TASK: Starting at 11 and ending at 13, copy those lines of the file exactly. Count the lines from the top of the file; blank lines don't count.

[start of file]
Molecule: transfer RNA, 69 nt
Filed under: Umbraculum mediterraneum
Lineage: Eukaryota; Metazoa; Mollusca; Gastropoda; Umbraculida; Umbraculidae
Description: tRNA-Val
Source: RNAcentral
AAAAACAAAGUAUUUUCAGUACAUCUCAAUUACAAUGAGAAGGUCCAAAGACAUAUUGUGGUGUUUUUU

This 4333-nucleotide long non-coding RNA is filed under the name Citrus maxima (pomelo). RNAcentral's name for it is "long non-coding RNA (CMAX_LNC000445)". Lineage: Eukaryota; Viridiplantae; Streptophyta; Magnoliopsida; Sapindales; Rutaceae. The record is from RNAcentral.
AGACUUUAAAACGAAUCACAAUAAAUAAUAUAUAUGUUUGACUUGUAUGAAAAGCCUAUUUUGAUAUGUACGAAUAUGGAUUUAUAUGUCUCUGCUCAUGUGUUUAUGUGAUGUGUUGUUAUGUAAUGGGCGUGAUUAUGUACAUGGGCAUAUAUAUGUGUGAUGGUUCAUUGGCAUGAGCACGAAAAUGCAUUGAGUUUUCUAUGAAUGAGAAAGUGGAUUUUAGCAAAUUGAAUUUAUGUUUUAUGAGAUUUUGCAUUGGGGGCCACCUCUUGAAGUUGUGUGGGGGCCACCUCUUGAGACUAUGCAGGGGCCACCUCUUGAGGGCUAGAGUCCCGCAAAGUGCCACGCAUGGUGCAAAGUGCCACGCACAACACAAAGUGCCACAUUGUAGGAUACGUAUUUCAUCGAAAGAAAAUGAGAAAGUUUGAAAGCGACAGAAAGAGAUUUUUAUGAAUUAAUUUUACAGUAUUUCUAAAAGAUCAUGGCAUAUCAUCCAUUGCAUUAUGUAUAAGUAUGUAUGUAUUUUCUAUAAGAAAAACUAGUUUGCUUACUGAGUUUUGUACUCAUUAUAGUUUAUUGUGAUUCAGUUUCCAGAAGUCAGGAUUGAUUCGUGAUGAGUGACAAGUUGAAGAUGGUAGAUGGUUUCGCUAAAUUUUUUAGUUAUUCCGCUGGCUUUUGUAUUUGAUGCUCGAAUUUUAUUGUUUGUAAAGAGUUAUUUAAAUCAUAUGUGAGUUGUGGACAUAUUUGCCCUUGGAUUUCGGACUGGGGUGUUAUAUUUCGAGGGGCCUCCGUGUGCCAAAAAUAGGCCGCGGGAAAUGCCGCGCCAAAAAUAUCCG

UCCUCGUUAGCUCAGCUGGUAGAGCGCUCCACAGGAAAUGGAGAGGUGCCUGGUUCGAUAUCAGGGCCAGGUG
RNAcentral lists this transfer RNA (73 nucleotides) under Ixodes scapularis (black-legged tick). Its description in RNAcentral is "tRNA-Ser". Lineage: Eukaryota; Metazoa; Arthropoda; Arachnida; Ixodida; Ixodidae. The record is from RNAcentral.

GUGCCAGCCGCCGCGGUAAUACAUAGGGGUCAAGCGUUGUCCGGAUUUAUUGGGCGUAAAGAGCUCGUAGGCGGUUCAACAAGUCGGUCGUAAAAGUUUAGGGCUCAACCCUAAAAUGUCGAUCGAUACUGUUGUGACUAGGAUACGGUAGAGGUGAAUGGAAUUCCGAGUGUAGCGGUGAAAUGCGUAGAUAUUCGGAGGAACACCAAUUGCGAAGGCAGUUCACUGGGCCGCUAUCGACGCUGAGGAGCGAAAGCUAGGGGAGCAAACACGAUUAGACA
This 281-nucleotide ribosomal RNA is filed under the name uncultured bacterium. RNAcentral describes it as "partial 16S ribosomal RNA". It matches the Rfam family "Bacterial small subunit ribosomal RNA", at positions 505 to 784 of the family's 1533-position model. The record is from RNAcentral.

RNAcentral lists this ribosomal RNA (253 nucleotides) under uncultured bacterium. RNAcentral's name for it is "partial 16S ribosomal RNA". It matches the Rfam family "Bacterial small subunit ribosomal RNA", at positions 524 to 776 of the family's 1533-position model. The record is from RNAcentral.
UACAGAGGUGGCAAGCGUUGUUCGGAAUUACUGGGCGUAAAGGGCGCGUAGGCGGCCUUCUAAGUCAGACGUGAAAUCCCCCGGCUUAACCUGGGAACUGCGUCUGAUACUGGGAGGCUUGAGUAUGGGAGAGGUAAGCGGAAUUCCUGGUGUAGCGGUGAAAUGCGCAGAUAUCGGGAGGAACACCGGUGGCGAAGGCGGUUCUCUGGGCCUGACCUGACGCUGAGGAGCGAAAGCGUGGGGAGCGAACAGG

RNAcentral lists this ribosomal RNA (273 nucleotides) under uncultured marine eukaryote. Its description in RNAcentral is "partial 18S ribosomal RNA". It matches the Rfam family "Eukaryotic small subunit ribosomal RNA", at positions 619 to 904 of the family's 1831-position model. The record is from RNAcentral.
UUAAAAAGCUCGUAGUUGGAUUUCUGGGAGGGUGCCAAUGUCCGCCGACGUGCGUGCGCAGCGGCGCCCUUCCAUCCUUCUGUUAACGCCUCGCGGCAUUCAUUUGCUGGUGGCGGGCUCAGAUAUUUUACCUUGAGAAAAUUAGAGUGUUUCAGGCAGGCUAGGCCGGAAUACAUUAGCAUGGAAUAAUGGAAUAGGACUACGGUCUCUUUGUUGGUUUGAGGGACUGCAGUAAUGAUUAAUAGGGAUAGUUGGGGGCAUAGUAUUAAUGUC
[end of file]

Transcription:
GUGCCAGCCGCCGCGGUAAUACAUAGGGGUCAAGCGUUGUCCGGAUUUAUUGGGCGUAAAGAGCUCGUAGGCGGUUCAACAAGUCGGUCGUAAAAGUUUAGGGCUCAACCCUAAAAUGUCGAUCGAUACUGUUGUGACUAGGAUACGGUAGAGGUGAAUGGAAUUCCGAGUGUAGCGGUGAAAUGCGUAGAUAUUCGGAGGAACACCAAUUGCGAAGGCAGUUCACUGGGCCGCUAUCGACGCUGAGGAGCGAAAGCUAGGGGAGCAAACACGAUUAGACA
This 281-nucleotide ribosomal RNA is filed under the name uncultured bacterium. RNAcentral describes it as "partial 16S ribosomal RNA". It matches the Rfam family "Bacterial small subunit ribosomal RNA", at positions 505 to 784 of the family's 1533-position model. The record is from RNAcentral.

RNAcentral lists this ribosomal RNA (253 nucleotides) under uncultured bacterium. RNAcentral's name for it is "partial 16S ribosomal RNA". It matches the Rfam family "Bacterial small subunit ribosomal RNA", at positions 524 to 776 of the family's 1533-position model. The record is from RNAcentral.